It’s tempting to see dad as a babysitter when mom steps out, but learn why dads are co-parents, not the occasional extra help.
Whether on mom boards or among your friends, you’ll hear moms wondering how to get dads to pitch in more, especially with kids.
They’re stay-at-home moms with husbands who expect them to handle the kids. Working moms who end the day only to do even more work around the house. They’re not sure how to get their partners to ease some of the burden from their shoulders.
I’m not all too surprised.
History has seen women as the nurturing gender, the caregiver of the family. Maybe that’s why we see more female teachers and nurses, or are quick to refer to school volunteers as the “room mom” and not simply the “room parent.”
Some parenting books even have a section “just for dad,” as if to assume that most parenting falls on mom. Apparently even parenting experts consider dads as a byline, a helping hand.
Time-wise, I had always spent more time with my kids, considering that I worked part-time or at home since becoming a mom. But effort-wise, my husband and I spend the same amount and equally co-parent.
But even with a willing husband, there have been times when I wasn’t always so eager to unburden my duties.
One time, we were heading out the door and, without thinking, I grabbed the baby, the diaper bag, and my purse. I walked straight to the garage door, fumbling at my keys and trying to reach the doorknob before my husband, “Let me do it.”
I didn’t even stop to think that he could open the door or carry the baby or the bags.
Since I spent more time with the baby, I got used to handling everything. I’ve carried the baby, diaper bag, and my purse, all while fumbling for the keys to open the garage door many times. I did this alone, often and successfully.
Still, we talked about that incident later that night. He pointed out that he wanted to do more, especially if I’m struggling with a heavy load (literally). I hadn’t even realized that I was trying to do everything myself or that my husband wanted to share the burden.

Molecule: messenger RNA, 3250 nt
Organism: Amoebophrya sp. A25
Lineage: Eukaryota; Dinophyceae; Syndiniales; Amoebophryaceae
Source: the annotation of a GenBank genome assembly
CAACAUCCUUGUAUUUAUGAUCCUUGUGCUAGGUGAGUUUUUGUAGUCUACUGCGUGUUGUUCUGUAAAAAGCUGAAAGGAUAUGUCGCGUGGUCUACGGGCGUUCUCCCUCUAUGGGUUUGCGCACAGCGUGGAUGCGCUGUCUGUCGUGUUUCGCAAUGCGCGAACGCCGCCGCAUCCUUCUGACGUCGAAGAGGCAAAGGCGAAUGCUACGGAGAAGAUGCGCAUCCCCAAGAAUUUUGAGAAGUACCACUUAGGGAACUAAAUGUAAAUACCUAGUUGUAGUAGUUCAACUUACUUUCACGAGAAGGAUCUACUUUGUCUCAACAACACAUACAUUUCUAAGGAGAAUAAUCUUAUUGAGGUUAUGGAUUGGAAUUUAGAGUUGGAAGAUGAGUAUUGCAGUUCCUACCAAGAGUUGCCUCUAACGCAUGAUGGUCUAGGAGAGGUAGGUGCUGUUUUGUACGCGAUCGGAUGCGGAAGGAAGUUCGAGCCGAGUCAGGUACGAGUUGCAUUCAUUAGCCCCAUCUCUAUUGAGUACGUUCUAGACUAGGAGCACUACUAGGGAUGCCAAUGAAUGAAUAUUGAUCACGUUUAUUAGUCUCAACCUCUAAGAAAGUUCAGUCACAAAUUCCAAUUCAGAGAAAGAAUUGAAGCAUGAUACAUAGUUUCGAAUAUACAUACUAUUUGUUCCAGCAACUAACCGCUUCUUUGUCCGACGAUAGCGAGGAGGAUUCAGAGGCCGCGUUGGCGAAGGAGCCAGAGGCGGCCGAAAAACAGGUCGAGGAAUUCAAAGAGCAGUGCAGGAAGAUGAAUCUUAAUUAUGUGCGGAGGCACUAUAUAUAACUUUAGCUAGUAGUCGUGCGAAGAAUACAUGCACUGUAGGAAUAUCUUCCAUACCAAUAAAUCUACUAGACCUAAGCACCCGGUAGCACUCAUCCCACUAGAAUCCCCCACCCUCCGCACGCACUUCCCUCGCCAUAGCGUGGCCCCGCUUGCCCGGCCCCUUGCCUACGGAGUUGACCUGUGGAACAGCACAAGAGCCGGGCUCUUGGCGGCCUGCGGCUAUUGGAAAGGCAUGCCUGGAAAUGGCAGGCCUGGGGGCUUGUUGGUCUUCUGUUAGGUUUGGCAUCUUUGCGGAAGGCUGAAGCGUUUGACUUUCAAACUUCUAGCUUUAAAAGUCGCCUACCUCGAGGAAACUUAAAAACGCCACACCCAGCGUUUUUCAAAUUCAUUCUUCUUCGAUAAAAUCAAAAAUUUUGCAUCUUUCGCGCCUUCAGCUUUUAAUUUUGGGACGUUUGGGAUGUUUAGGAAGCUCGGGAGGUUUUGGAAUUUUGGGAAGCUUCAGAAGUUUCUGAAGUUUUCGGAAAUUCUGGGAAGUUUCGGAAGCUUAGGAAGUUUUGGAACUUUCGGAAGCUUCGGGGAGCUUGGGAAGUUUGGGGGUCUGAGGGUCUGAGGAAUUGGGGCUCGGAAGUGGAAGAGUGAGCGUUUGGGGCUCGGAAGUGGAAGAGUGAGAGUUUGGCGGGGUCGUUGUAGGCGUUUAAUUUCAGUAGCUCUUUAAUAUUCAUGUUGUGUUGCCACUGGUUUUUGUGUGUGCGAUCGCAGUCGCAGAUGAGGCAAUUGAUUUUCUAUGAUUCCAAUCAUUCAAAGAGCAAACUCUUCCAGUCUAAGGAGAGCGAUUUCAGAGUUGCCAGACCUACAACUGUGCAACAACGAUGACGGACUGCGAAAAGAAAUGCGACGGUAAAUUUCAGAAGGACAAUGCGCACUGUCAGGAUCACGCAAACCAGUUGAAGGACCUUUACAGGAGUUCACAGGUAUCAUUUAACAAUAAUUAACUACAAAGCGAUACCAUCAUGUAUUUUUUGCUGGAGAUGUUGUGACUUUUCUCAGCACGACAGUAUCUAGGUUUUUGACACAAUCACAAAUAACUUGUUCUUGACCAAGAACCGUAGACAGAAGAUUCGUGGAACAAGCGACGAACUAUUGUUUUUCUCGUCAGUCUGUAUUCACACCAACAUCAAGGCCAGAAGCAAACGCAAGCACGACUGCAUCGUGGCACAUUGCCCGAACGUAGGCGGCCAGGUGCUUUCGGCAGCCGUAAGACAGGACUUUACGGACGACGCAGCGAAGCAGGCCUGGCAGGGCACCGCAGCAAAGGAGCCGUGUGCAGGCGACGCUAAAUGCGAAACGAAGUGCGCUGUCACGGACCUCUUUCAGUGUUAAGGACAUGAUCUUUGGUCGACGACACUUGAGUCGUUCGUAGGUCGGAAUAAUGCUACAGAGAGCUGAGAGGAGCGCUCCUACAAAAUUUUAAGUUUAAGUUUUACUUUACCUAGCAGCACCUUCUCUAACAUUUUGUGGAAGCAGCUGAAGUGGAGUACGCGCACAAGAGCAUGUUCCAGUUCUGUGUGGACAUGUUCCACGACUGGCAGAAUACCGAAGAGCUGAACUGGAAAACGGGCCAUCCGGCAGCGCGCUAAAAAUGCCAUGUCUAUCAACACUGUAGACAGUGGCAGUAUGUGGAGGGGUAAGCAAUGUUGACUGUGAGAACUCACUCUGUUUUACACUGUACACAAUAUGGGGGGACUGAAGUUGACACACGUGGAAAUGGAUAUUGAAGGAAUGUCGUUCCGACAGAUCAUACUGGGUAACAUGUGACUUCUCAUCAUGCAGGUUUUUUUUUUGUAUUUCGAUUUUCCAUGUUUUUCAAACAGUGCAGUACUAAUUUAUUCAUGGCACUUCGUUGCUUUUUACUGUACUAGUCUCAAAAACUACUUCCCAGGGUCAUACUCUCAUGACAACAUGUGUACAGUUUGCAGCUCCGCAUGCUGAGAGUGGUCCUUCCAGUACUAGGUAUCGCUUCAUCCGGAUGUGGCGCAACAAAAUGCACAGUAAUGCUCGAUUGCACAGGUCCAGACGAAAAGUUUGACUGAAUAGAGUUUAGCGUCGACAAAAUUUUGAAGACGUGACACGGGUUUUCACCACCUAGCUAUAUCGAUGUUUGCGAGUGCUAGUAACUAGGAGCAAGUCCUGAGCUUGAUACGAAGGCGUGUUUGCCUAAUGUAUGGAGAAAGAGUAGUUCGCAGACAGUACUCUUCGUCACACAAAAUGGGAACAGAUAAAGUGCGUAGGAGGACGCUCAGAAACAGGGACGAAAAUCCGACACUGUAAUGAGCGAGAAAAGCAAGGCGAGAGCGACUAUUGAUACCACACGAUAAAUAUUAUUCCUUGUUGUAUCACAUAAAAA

I had to remind myself that I needed to step back, especially when he was around. To share the load, and give him the opportunity to care for his son as well. I needed to let him do things his way and parent the way he wanted to as well.
And it’s not always about doing everything together. You and your partner might have designated chores, where you pack your toddler’s lunch while he fills the sippy cup. Dad dresses him in pajamas while you read bedtime stories. You don’t always have to take turns or keep score.
You might also have tasks you swap back and forth as well. Perhaps neither of you have the sole responsibility of changing diapers, or you take turns with taking him to the dentist.
Either way, your child knows that his dad is as invested in him as you are. Even if he sees you more, he still knows that dad has equal parenting authority and, more importantly, love for him.
He sees dad willingly chop up his food, do his laundry, and sing him lullabies. And hopefully, he’ll grow up in a generation that blurs gender lines with parenting duties. (And for this reason, I applaud stay-at-home dads and their partners for paving the way.)
I’m thankful my husband will gladly don the parenting badge and assume its duties, both good and bad. Life at home is so much smoother when we work as a team. I don’t have to do everything. I have a hands-on, co-parent, dad.
Read these next:
- Children’s Books about Dads
- Dad Bashing: Why It Needs to Stop
- 6 Ways Dads Can Support Breastfeeding Moms
- 5 Useful Tips for New Dads in the Newborn Stage
- Top 7 Qualities of a Good Father and Husband
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